Patricia is, ultimately, the main character of the film, and the role allows for perhaps Lane’s most effective and loose performance since Unfaithful. She anchors nearly every scene she appears in, and Berman, Pulcini, and Seltzer show An American Family not only as the seed of the now overgrown, Audrey 2-type monster Venus flytrap that’s reality television, but also as a bold, historical marker of the rupture of domestic complacency. This was, after all, around the time that the divorce rate in America started to skyrocket, and though Gilbert is portrayed as, for lack of a better word, a bit of a prick, there’s no denying the premonition he has when he talks of Patricia as an icon of sorts. The directors don’t stick the landing (the aftermath of the series’s premiere is a bit rushed), but they perceptively and fascinatingly plot the evaporation of the boundaries between reality and fiction, and do so with enough giddy verve to include a teen cover band, snottily and ironically belting out a rendition of “Won’t Get Fooled Again.”
HBO handles its film transfers with the same level of precise attention that they give blow-out packages like Treme, True Blood, and Game of Thrones, and Cinema Verite's excellent transfer is a testament to that. The film purposefully looks baked in the sun and this 1080p transfer gets the tint and the colors perfect. Black levels are good and inky and clarity is top-notch, allowing the colors of Diane Lane's California wardrobe to really pop and nicely bringing out the texture on various buildings. The audio is also very good, with David Seltzer's smart dialogue out front and crystal clear. Sound effects, pop songs and Rolfe Kent's spot-on score are balanced nicely in the back of the mix. HBO's reputation remains spotless.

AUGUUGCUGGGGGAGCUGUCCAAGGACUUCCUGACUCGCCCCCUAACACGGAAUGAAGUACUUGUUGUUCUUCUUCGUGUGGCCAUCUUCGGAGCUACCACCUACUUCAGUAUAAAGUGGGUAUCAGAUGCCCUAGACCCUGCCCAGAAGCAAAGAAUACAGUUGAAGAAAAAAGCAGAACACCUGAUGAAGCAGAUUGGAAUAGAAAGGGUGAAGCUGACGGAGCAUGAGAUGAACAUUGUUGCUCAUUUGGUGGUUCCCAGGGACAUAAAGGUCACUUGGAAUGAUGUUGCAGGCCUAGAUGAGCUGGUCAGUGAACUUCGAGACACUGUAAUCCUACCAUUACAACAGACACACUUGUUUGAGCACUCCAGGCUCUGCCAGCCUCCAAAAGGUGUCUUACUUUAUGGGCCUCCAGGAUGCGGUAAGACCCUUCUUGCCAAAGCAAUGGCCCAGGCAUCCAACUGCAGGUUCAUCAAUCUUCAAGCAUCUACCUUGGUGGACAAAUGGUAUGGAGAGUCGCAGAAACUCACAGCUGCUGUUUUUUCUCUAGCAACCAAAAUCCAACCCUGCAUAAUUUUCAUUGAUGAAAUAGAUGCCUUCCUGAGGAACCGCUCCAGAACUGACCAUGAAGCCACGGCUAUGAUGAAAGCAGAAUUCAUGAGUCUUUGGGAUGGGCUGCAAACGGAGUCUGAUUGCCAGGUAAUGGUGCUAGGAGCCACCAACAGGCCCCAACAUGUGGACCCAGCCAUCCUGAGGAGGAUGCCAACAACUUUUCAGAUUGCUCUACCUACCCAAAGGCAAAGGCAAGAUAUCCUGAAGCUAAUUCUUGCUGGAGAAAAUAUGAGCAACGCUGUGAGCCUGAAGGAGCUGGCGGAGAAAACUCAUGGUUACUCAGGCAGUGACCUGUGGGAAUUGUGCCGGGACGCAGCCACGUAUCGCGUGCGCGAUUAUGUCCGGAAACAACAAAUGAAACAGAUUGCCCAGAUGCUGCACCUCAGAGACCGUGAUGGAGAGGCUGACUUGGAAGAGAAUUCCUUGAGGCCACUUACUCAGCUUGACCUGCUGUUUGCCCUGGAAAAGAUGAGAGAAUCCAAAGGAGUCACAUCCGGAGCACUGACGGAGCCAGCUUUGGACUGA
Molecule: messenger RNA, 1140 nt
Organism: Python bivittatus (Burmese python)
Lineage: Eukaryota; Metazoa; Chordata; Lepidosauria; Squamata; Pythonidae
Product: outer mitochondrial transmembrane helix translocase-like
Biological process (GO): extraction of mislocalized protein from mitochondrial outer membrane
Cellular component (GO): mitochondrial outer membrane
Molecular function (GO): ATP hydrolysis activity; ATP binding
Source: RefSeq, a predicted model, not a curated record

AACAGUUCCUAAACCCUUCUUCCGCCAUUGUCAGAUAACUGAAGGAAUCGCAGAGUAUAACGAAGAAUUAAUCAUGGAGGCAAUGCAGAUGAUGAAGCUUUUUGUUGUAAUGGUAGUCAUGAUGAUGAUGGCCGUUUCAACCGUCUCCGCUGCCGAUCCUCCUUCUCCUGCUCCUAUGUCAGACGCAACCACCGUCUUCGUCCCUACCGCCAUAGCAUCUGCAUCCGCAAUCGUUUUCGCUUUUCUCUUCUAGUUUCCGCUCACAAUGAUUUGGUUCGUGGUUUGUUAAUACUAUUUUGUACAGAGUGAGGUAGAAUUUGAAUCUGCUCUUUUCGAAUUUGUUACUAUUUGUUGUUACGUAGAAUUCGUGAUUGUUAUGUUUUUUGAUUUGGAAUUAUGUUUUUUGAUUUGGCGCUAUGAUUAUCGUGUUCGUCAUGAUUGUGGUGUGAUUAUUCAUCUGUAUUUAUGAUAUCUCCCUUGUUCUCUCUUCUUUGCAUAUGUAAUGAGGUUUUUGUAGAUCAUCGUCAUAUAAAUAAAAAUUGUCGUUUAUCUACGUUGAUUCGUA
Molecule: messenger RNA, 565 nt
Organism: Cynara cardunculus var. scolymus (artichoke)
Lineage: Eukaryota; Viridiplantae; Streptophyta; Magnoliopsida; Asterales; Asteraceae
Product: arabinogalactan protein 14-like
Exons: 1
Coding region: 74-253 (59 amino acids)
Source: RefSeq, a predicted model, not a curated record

Shari Springer Berman, Robert Pulcini, and Lane are consistently engaged in the discussion of the production of the film, the subject matter, Lane's character, and the film's hugely significant thematic argument. There are very few gaps of silence and there's no moment where the conversation dips dramatically. The making-of featurette is less interesting and spends most of the time providing behind-the-scenes coverage and discussing the characters in very swift, uncomplicated bursts. Despite some cool footage, the featurette looks redundant in the face of the commentary.
HBO's reliability in terms of both audio/visual Blu-ray transfer and film distribution remains far above par with the release of the lively Cinema Verite.